The asset-backed market took a bit of a break last week, as it awaited news from the Federal Open Market Committee that short-term interest rates would be slashed by another 50 basis points, and geared up for the Arizona conferences taking place this week (see story, p.3).

"There's still a lot of pent-up demand from the end of last year, but everyone was waiting to see what happened in the markets," said Russell Hurst, director, asset-backed research at First Union.

First up in the market last week was MBNA with a $1.25 billion credit card deal. The $1.06 billion senior class priced at 15 basis points over the one-month Libor, which was in line with talk.

Countrywide Home Loans Inc. also hit the market with a $460 million HELOC transaction. The deal, wrapped by Financial Guarantee Insurance Corp. and lead managed by Countrywide Securities, also priced in line with talk at 24 over one-month Libor. Countrywide is currently marketing a $1.1 billion home-equity deal slated to price sometime this week.

World Omni Financial Corp. priced its $709 million auto-loan deal last Thursday. The $173 million one-year tranche priced at 14 basis points over EDSF, two basis points wider than talk. First Union and Credit Suisse First Boston jointly managed the transaction.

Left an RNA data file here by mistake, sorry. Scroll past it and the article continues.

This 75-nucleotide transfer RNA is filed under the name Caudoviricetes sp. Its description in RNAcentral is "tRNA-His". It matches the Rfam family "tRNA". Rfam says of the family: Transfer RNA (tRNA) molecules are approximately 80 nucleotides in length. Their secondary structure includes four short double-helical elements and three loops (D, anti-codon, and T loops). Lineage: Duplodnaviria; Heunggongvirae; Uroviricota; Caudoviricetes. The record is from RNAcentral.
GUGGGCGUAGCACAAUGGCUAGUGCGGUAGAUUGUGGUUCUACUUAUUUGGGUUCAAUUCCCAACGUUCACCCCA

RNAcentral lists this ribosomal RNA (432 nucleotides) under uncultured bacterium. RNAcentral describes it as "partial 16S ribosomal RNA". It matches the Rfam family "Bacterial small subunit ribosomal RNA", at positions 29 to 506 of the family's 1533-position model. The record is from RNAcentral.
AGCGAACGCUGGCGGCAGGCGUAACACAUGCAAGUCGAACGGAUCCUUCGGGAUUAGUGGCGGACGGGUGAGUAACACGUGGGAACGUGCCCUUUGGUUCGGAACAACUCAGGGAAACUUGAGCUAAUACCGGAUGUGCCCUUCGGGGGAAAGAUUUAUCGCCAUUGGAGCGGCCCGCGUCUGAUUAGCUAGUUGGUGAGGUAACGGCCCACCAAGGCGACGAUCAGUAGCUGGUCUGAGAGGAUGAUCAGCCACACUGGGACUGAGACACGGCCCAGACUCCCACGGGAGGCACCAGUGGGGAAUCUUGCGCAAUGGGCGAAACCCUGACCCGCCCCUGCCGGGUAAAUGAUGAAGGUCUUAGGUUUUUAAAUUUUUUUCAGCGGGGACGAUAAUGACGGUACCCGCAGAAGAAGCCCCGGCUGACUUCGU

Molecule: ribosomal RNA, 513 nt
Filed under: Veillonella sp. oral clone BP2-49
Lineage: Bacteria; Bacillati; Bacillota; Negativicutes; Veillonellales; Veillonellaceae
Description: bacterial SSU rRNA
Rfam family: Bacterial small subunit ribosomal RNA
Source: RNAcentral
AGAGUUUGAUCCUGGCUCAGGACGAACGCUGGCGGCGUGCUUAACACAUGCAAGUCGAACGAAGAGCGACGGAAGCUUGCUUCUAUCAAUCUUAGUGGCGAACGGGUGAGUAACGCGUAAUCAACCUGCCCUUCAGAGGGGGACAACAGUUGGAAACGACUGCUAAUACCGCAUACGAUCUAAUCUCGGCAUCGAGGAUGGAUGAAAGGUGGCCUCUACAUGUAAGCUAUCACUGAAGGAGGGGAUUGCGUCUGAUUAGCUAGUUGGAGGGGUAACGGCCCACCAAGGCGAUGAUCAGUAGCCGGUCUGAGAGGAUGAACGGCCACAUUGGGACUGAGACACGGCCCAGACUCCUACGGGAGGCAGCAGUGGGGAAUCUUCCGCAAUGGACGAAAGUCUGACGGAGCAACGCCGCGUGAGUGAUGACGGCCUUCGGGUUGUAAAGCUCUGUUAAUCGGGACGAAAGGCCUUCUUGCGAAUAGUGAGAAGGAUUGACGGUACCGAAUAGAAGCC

Currently in the pipeline is a $250 million home-equity deal from First Franklin that is being led by Greenwich Capital Markets. First Franklin last issued in the fall of 2000.

Metris Companies is also marketing a $610 million floating-rate credit card deal, upsized from $500 million. Buysiders that have held Metris positions in the past said the new issue at 22 basis points over the one-month Libor on the Class-A is fair value, market sources said.

The influx of home-equity deals into the market could be attributed to investor demand on the longer end of the curve.

Furthermore, the swaps yield curve is the steepest it has been since the summer of 1999, according to analysts at Banc of America Securities. The spread between 10- and two-year swaps has gone from an almost two year low of 12 basis points, to an almost new high of 75.5 basis points on January 29. The steepness, according to BofA sources, should make longer fixed-rate paper more attractive.

"What we're finding is on the short end, a lot of the premium paper is being sold and people are investing out the curve into prime auto and also into home equities," Hurst said. "So we've seen a big redeployment out the curve."

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